Two weeks ago, the RIAA successfully took down a major YouTube stream-ripper with just a subpoena. Now it’s ‘Thank U, Next’.
Despite a potentially devastating legal defeat against Russian stream-ripper FLVTO.biz, the RIAA is working overtime to shut down rival stream-rippers that can’t organize a legal defense. The assault is happening ahead of any possible precedents in favor of stream-rippers (currently, the RIAA is fighting to keep its case alive against FLVTO.biz’s owner, who successfully had the RIAA’s case dismissed on jurisdictional grounds).
If law is war, then this is a multi-pronged attack where all is fair. Accordingly, the RIAA’s recent hard-charging strategy has already killed one stream-ripper. According to YouTubNow’s webpage, the stream-ripper allowed users to quickly and easily download their favorite music.
“YouTubNow is a powerful service that allows you to find and download your favorite YouTube videos as well as music tracks quickly, easily, and absolutely for free.”
Boasting about its ‘powerful’ service, the stream-ripper added it remained an “excellent YouTube to MP3 downloader, as it makes any soundtrack a separate audio file tailored especially for you.”
Not exactly something the RIAA enjoys hearing. So, after filing a subpoena request at a federal court in the District of Columbia, the major music organization obtained the right to force NameCheap, an accredited domain registrar, to hand over YouTubNow’s personal information.
A letter sent to NameCheap read,
“The website associated with this domain name offers files containing sound recordings which are owned by one or more of our member companies and have not been authorized for this kind of use, including without limitation those referenced at the URL below.”
To avoid costly litigation against the RIAA, YouTubNow has simply gone offline.
The main page now shows the following grammatically-incorrect notice,
“Sorry, the site is currently under maintaining.”
Now, after taking down YouTubNow, the RIAA has targeted yet another major YouTube stream-ripper.
Can the RIAA successfully take down Y2Mate?
Interestingly, sites like Y2Mate could fight back in court, and conceivably triumph against the major music labels. Several months ago, and in a surprising move, the Electronic Frontier Foundation (EFF) filed an amicus brief defending both FLVTO.biz and its sister site, 2Conv.com.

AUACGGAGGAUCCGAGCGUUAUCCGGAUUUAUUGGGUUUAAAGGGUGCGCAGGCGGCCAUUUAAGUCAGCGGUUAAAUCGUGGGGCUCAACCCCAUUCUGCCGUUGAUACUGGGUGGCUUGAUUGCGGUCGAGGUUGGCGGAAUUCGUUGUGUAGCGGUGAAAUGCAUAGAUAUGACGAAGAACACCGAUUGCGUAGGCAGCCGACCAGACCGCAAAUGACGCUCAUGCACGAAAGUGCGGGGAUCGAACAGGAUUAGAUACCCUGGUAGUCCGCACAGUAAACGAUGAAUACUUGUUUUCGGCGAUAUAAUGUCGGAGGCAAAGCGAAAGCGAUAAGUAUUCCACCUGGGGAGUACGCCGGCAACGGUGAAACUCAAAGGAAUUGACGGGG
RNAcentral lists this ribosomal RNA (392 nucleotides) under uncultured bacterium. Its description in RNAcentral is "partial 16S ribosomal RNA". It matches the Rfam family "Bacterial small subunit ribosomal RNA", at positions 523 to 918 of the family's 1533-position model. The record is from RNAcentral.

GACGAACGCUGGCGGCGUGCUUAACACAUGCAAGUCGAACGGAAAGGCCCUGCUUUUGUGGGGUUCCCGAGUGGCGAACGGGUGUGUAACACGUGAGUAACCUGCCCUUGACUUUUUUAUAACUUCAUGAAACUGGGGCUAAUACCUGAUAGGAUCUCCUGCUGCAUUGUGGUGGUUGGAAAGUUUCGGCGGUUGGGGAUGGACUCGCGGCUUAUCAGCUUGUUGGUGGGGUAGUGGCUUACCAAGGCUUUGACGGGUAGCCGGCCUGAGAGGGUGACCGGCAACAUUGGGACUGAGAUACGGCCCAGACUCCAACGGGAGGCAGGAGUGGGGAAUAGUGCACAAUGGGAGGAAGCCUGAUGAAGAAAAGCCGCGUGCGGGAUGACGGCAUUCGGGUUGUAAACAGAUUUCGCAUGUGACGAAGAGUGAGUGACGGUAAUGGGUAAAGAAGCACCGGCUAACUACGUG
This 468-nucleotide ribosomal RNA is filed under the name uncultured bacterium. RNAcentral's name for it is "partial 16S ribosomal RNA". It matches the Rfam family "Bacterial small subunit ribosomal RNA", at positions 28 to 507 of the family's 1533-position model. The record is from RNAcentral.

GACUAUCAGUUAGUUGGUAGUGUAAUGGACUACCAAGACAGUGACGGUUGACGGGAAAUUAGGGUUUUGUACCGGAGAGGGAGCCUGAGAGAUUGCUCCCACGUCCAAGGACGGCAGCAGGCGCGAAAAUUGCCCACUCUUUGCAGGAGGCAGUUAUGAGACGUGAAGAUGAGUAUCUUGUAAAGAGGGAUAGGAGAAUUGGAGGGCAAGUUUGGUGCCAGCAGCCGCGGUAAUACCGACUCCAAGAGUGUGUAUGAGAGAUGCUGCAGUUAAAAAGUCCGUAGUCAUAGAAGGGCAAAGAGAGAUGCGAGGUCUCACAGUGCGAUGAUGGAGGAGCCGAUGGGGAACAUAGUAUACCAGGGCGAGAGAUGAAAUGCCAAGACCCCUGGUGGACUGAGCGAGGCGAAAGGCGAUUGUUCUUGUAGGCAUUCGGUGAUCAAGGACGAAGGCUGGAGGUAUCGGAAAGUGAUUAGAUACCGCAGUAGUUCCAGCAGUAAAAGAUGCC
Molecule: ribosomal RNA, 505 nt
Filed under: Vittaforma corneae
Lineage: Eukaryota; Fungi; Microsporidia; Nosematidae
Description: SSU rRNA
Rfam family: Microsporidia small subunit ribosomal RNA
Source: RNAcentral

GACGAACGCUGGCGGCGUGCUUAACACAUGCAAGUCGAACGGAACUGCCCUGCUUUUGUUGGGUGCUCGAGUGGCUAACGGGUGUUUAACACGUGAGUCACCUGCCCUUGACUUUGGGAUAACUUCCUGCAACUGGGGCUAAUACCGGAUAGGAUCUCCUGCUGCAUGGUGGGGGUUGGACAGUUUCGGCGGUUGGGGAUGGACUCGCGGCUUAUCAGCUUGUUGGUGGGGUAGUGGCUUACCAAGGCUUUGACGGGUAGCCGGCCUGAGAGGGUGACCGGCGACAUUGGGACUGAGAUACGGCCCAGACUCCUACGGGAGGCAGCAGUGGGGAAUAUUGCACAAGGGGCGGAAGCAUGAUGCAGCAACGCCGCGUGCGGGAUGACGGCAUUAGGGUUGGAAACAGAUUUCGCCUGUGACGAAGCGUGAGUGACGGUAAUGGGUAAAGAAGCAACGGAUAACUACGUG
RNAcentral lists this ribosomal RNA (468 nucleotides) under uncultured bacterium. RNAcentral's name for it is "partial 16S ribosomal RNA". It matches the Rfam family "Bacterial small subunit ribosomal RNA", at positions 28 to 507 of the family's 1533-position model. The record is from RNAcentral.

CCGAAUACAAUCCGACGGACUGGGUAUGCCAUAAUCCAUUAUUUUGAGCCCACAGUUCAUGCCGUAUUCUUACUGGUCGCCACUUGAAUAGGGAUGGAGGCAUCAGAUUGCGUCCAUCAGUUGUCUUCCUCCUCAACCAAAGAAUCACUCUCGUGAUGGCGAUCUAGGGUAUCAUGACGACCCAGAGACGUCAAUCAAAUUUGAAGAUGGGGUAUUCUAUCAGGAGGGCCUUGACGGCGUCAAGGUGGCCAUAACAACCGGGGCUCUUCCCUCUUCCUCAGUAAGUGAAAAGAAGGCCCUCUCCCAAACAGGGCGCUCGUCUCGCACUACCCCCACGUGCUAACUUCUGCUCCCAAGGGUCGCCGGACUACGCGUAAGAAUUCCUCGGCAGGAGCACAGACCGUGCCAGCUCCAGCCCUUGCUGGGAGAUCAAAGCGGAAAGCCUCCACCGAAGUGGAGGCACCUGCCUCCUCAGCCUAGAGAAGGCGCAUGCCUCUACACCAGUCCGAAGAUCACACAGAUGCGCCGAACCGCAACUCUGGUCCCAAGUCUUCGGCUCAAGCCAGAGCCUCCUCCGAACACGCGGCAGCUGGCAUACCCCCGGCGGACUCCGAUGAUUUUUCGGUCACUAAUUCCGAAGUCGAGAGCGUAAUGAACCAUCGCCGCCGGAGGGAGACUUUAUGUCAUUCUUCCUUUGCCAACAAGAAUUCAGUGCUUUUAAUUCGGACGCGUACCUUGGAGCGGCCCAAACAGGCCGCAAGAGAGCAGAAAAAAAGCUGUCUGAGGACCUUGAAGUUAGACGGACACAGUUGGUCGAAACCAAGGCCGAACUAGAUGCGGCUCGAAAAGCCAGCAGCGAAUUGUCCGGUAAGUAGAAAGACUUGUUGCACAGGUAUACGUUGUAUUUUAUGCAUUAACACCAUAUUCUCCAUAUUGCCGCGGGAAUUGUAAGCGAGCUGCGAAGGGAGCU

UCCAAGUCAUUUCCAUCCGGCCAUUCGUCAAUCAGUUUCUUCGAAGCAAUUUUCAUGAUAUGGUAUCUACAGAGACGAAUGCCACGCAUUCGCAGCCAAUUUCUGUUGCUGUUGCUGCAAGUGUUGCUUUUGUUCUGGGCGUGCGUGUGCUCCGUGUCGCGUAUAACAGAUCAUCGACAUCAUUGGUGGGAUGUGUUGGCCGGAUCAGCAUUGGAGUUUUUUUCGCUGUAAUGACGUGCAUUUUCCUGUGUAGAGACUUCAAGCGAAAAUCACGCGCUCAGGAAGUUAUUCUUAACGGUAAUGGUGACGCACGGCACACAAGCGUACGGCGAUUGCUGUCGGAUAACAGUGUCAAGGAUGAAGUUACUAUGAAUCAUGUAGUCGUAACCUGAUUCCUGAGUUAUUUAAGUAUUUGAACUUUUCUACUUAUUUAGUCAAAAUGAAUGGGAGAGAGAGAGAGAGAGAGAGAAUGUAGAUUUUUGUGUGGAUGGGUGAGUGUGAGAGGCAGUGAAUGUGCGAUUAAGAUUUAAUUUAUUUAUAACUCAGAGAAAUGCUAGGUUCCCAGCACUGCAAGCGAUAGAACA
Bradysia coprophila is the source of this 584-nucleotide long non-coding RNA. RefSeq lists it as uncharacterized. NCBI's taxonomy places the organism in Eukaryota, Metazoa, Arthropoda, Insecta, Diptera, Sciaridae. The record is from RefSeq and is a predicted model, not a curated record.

Defending the use of stream-ripping technology, the EFF wrote,
“Like a web browser, photocopy machine, or video recorder, the converters at issue in this case are neutral technologies, equally capable of lawful and infringing uses.”
Lambasting the music industry’s heavy-handed legal tactics against these websites, the EFF outright slammed the RIAA.
“Their practice is to file suit against foreign-owned websites, with default the most likely outcome. Then, as part of a default judgment, they request broad injunctions that purport to bind a host of intermediary companies, enlisting them to disable or block the website.”
Yet, that hasn’t stopped the major music organization from taking on even more websites it deems “unlawful.”
Case in point. The RIAA has once again obtained subpoenas against NameCheap and Cloudflare. Obtained at the United States District Court for the District of Columbia, the organization has targeted Y2Mate. Ranked 570 worldwide, the stream-ripper had nearly 64 million unique visits last month, mostly from the U.S., Brazil, Mexico, India, and Spain.
According to the RIAA, Y2Mate is “offering recordings which are owned by one or more of our member companies and have not been authorized for this kind of use.”
In a letter to Cloudflare, the music organization lists three infringing URLs for copyrighted tracks. These include Heart’s ‘Never,’ Exposé’s ‘Let Me Be The One,’ and Jane Child’s ‘Don’t Wanna Fall In Love.’
“The purpose for which this subpoena is sought is to obtain the identities of the individuals assigned to [Y2Mate] who have reproduced and have offered for distribution our members’ copyrighted sound recordings without their authorization.”
In a letter to NameCheap, the RIAA has forcibly demanded “the name, physical address, IP address, telephone number, e-mail address, payment information, account updates, and account history” of Y2Mate’s owner.
Yet, the music organization may have a difficult time obtaining this information.
If the identities are discovered, the RIAA faces the prospect — once again — of drawing a difficult legal challenge.
Readily defending itself, the site’s owner – known only as ‘Muvi’ – noted that the stream-ripper only exists to “create a copy of downloadable online-content for the private use of the user (‘fair use’).”
Its copyright page reads,
“Muvi does not grant any rights to the contents, as it only acts as a technical service provider.”
You can view both letters below.